Chronic Kidney Disease Present in 1 in 10 Adults: Study of 2.4 Million People in 11 Countries


Chronic kidney disease (CKD) is potentially present in 1 in 10 adults according to an analysis of data from 2.4 million adults across 11 countries.

The international collaboration called the CArdioREnal and MEtabolic (CaReMe) CKD study also found that among the persons identified, 2 out of 3 have not received a diagnosis of the progressive disease and many of those who could benefit from renin-angiotensin aldosterone system (RAAS) inhibitor therapy are not receiving the drugs.

Writing in The Lancet Regional Health - Europe investigators report further that between 6% and 9% of those with possible CKD die annually, with cardiorenal (CKD or heart failure [HF]) events as a primary contributor to both morbidity and mortality.

Current data highly variable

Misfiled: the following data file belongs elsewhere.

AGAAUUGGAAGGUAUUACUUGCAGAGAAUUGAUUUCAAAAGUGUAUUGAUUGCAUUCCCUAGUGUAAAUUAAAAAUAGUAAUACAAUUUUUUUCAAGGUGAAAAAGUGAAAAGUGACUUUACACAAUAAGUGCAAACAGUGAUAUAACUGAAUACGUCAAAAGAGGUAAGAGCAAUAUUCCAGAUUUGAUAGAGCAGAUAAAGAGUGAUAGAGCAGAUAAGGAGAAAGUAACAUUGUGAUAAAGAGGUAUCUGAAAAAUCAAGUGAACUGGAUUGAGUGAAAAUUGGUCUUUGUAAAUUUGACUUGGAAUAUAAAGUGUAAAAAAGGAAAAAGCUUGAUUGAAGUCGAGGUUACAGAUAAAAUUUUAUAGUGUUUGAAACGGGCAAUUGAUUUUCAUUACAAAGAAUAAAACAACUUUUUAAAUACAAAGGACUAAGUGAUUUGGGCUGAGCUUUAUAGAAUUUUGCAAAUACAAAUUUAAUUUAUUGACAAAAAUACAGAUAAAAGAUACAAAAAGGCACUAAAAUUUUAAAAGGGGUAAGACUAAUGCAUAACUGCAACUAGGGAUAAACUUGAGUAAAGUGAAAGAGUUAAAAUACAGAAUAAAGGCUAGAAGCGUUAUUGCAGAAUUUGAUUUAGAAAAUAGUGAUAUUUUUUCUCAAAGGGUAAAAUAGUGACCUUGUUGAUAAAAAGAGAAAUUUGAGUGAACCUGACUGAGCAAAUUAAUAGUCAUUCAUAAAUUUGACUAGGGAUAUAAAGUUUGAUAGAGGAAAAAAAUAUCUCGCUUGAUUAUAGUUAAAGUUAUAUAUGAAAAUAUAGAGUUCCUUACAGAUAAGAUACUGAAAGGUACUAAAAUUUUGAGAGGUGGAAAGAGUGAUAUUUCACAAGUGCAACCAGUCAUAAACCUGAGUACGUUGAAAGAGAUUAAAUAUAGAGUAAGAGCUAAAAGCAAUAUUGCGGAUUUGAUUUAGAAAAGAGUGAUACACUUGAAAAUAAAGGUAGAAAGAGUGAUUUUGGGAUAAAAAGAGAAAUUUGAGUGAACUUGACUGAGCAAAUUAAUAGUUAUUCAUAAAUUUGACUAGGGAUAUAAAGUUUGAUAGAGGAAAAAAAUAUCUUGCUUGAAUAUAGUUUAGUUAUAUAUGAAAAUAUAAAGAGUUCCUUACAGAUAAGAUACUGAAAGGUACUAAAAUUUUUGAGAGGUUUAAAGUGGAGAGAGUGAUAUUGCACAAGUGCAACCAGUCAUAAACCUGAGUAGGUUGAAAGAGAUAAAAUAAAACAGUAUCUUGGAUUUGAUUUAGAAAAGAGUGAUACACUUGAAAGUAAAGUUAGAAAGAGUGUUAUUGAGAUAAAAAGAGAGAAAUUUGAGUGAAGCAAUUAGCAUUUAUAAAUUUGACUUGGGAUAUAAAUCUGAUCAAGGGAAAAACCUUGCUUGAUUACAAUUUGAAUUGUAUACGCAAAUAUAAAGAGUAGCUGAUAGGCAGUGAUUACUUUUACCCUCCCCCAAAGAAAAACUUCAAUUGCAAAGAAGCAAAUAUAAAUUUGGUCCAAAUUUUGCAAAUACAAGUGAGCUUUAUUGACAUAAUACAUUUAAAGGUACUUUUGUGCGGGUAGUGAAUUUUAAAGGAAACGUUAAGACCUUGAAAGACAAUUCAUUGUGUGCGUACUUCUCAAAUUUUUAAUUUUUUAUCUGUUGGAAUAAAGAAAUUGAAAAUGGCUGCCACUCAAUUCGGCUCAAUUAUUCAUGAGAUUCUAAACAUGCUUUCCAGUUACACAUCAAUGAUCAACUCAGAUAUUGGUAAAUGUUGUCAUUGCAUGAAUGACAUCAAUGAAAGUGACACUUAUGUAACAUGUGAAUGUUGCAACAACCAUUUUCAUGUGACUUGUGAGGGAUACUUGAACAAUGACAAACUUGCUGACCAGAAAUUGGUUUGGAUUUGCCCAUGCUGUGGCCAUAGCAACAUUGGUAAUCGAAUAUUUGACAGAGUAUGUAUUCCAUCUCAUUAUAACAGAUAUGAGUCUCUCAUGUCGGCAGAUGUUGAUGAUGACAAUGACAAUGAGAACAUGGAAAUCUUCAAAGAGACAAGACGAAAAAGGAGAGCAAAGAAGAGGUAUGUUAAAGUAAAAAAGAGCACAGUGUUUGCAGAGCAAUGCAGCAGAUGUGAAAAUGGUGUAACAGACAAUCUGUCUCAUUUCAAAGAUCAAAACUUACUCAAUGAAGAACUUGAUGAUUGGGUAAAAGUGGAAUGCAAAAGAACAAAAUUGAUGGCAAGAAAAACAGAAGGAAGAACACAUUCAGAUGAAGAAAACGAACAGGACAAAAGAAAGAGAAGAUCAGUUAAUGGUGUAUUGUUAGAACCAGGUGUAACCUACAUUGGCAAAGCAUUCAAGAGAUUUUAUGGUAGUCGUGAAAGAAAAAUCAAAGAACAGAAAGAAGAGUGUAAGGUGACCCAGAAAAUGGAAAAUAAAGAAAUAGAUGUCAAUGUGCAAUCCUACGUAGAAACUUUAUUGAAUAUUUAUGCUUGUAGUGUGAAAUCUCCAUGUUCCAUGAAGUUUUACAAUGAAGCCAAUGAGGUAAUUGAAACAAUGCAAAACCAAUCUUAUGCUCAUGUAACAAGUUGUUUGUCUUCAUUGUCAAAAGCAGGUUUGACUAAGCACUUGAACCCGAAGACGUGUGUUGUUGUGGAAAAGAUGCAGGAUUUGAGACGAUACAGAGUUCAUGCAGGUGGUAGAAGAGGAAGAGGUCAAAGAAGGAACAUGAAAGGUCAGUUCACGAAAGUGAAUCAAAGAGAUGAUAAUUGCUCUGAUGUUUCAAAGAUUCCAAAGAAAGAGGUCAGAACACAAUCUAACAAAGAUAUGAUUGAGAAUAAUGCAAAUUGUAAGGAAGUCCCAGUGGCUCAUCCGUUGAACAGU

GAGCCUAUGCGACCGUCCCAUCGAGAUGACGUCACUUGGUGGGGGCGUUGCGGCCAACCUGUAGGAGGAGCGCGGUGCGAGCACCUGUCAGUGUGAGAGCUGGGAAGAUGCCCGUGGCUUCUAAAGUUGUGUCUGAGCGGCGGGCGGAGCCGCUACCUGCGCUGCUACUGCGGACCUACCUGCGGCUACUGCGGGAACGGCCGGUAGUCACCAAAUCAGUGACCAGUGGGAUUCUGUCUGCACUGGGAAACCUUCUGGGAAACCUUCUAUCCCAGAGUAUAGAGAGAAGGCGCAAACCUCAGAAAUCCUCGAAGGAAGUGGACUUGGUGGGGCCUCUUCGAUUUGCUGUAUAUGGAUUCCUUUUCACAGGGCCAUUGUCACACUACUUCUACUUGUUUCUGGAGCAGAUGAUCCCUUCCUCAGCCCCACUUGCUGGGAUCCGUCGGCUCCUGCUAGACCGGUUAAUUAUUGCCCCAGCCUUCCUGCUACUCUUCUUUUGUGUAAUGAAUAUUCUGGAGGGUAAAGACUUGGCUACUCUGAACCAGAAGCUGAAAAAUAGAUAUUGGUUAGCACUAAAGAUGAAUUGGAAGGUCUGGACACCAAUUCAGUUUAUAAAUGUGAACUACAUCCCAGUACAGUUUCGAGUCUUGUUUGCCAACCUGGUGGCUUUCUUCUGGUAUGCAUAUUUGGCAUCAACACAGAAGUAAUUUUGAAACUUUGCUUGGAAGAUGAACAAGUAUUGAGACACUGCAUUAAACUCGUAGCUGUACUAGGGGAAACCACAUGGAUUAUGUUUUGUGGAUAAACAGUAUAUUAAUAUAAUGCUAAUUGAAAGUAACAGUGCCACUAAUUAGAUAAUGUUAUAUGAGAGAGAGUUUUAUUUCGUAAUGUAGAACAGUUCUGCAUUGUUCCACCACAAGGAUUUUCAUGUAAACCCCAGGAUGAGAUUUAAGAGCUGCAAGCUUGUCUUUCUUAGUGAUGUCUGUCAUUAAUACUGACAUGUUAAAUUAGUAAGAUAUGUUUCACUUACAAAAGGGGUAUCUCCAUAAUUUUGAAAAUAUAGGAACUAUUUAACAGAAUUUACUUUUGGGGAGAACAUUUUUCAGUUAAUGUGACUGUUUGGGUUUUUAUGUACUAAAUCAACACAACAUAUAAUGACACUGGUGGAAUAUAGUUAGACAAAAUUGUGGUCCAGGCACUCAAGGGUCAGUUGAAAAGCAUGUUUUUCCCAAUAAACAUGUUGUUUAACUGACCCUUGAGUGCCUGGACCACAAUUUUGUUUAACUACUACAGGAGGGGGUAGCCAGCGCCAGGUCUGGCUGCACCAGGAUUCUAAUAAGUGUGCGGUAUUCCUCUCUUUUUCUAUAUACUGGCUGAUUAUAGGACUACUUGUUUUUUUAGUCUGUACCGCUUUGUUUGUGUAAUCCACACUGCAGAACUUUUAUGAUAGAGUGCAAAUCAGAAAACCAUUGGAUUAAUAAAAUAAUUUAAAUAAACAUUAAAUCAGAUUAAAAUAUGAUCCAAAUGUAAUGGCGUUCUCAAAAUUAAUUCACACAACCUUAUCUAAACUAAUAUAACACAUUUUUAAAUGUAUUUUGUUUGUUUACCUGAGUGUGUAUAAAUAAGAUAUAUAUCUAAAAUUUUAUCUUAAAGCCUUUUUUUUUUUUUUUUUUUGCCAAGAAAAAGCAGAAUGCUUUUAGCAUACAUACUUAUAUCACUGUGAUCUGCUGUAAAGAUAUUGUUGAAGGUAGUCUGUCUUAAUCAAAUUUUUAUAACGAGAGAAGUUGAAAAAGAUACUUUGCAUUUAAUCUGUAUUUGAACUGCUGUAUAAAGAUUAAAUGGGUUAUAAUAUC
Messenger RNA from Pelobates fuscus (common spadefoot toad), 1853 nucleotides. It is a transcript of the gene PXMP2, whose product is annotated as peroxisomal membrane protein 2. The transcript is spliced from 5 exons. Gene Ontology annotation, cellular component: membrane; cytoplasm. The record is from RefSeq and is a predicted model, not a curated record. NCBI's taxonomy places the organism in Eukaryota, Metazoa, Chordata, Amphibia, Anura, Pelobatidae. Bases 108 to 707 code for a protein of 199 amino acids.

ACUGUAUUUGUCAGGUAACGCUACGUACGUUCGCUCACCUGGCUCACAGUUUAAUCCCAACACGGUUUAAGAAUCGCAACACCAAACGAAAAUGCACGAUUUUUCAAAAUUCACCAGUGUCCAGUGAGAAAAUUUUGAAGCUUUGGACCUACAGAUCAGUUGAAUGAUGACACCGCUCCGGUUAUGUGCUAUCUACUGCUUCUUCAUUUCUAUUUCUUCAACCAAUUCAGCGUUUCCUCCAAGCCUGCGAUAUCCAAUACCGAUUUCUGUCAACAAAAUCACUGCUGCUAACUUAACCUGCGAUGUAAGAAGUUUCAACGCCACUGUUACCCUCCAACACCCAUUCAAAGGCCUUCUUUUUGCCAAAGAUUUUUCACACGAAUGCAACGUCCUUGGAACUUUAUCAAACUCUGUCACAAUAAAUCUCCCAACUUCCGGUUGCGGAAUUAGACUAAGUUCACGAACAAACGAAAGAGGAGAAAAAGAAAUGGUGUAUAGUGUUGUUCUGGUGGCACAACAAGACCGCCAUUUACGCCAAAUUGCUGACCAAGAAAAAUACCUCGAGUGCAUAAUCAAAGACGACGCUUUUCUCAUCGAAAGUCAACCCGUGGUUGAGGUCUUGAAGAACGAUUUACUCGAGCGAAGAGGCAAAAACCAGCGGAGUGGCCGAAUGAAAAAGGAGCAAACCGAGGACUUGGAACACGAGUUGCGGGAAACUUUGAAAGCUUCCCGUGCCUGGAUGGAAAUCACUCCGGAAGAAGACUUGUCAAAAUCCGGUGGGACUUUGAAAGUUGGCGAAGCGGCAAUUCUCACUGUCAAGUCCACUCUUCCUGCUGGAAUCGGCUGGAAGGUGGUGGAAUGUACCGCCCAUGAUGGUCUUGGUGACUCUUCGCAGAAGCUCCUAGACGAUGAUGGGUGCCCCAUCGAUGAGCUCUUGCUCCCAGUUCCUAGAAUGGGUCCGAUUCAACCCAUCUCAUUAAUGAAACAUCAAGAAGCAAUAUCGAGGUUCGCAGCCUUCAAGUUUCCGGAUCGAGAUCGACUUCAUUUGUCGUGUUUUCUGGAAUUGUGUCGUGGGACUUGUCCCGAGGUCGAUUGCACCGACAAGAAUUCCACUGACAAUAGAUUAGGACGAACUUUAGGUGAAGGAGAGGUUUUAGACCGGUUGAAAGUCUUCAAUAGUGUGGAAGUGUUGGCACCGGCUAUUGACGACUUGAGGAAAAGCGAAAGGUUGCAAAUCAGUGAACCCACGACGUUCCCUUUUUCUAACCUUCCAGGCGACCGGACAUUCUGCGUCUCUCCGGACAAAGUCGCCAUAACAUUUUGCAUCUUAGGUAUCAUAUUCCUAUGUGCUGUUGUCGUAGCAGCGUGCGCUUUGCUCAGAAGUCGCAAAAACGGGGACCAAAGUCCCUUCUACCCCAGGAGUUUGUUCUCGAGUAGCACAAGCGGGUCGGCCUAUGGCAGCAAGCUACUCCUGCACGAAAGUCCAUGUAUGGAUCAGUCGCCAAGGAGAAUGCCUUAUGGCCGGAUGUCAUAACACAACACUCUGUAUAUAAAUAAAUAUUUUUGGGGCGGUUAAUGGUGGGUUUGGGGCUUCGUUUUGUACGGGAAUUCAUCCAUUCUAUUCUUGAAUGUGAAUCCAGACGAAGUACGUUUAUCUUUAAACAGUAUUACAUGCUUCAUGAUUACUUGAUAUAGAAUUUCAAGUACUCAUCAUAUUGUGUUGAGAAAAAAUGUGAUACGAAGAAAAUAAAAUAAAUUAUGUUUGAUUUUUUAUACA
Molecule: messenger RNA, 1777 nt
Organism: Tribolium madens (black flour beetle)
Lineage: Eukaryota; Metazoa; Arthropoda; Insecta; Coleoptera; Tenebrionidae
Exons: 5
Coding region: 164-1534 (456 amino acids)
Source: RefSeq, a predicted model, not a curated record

CaReMe CKD study investigators suggest that while current prevalence estimates for CKD may accurately represent underlying distributions of CKD in different populations, variation among them is significant.

“To date, estimates of the prevalence, impact and costs of CKD varied widely due to limited studies of the disease. The CaReMe CKD study is one of the largest, longest and broadest studies assessing this chronic disease and adding to the body of evidence for CKD," said lead study author Navdeep Tangri, MD PhD, professor of medicine in the department of medicine and community health sciences, University of Manitoba, Winnipeg, Canada in a media statement.

The study assessed individual-level contemporaneous primary data collected from digital healthcare systems in 11 nations using a prespecified common protocol. Investigators' goal was to determine the prevalence of each stage of CKD and to detail patient characteristics, risks, clinical outcomes, and costs associated with CKD across the participating countries. CKD and its stages were defined in accordance with current Kidney Disease: Improving Global Outcomes (KDIGO) criteria.

Patients either had a confirmed diagnosis of CKD, identified via diagnostic code, or a single pathologic measured value of urine albumin-creatinine ratio (uACR) value or estimated glomerular filtration rate (eGFR) (measured CKD [mCKD]).